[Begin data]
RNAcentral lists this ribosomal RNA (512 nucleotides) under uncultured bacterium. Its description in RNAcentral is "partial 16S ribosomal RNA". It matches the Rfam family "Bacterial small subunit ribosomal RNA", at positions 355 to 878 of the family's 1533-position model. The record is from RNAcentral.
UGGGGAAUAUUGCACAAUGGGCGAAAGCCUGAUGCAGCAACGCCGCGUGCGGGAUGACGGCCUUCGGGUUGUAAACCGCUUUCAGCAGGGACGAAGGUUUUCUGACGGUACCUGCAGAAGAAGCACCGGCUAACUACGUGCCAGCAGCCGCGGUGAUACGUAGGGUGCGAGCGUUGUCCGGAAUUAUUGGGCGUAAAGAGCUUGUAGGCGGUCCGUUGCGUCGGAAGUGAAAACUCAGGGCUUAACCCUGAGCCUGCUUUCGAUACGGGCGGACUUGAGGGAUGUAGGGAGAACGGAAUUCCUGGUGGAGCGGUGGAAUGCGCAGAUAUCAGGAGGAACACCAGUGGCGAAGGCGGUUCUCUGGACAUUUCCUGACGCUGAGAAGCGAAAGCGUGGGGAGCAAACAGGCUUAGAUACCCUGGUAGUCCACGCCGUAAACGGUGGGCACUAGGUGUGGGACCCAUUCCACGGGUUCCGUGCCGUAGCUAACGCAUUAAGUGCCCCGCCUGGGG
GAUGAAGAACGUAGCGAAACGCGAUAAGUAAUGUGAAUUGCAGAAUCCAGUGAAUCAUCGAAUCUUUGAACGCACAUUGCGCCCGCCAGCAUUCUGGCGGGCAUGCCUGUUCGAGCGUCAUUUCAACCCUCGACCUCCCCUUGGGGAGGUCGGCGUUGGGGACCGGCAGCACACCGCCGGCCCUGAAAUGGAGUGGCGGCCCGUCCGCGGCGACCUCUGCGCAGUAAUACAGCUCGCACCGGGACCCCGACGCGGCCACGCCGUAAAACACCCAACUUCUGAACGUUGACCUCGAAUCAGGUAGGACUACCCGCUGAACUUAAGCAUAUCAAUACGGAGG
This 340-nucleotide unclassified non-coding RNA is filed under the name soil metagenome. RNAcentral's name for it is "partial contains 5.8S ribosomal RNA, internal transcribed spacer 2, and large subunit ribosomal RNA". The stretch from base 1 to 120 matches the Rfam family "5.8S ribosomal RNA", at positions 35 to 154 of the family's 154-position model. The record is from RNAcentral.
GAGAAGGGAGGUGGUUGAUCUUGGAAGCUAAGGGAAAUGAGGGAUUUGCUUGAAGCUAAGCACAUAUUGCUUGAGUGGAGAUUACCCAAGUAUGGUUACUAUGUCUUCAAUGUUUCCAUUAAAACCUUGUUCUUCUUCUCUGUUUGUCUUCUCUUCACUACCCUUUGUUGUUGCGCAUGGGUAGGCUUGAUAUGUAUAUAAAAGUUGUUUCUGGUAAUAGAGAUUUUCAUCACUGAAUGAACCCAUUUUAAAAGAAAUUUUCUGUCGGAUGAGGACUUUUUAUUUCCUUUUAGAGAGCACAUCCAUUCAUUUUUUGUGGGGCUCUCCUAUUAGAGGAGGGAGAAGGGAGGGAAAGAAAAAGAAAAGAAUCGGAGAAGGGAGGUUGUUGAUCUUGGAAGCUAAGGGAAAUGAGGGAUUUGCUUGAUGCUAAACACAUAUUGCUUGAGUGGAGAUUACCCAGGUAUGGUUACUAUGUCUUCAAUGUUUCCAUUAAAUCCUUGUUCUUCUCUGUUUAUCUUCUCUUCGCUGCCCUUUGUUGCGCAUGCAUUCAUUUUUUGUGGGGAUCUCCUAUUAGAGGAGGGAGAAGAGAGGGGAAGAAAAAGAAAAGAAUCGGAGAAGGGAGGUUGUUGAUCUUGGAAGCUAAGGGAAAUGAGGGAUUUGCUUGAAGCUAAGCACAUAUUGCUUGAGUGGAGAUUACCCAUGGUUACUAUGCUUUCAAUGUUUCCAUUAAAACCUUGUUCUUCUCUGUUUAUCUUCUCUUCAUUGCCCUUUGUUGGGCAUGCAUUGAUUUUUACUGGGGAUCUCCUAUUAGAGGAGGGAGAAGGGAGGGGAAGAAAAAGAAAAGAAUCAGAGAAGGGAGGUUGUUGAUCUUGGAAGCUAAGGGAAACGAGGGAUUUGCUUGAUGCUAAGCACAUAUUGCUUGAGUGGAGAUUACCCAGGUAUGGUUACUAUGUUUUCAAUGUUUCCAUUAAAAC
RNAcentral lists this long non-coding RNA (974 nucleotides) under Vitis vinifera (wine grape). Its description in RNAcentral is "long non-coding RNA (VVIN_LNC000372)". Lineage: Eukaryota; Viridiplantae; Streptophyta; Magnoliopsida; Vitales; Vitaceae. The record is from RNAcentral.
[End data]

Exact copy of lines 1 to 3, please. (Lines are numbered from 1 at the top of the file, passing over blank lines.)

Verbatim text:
RNAcentral lists this ribosomal RNA (512 nucleotides) under uncultured bacterium. Its description in RNAcentral is "partial 16S ribosomal RNA". It matches the Rfam family "Bacterial small subunit ribosomal RNA", at positions 355 to 878 of the family's 1533-position model. The record is from RNAcentral.
UGGGGAAUAUUGCACAAUGGGCGAAAGCCUGAUGCAGCAACGCCGCGUGCGGGAUGACGGCCUUCGGGUUGUAAACCGCUUUCAGCAGGGACGAAGGUUUUCUGACGGUACCUGCAGAAGAAGCACCGGCUAACUACGUGCCAGCAGCCGCGGUGAUACGUAGGGUGCGAGCGUUGUCCGGAAUUAUUGGGCGUAAAGAGCUUGUAGGCGGUCCGUUGCGUCGGAAGUGAAAACUCAGGGCUUAACCCUGAGCCUGCUUUCGAUACGGGCGGACUUGAGGGAUGUAGGGAGAACGGAAUUCCUGGUGGAGCGGUGGAAUGCGCAGAUAUCAGGAGGAACACCAGUGGCGAAGGCGGUUCUCUGGACAUUUCCUGACGCUGAGAAGCGAAAGCGUGGGGAGCAAACAGGCUUAGAUACCCUGGUAGUCCACGCCGUAAACGGUGGGCACUAGGUGUGGGACCCAUUCCACGGGUUCCGUGCCGUAGCUAACGCAUUAAGUGCCCCGCCUGGGG
GAUGAAGAACGUAGCGAAACGCGAUAAGUAAUGUGAAUUGCAGAAUCCAGUGAAUCAUCGAAUCUUUGAACGCACAUUGCGCCCGCCAGCAUUCUGGCGGGCAUGCCUGUUCGAGCGUCAUUUCAACCCUCGACCUCCCCUUGGGGAGGUCGGCGUUGGGGACCGGCAGCACACCGCCGGCCCUGAAAUGGAGUGGCGGCCCGUCCGCGGCGACCUCUGCGCAGUAAUACAGCUCGCACCGGGACCCCGACGCGGCCACGCCGUAAAACACCCAACUUCUGAACGUUGACCUCGAAUCAGGUAGGACUACCCGCUGAACUUAAGCAUAUCAAUACGGAGG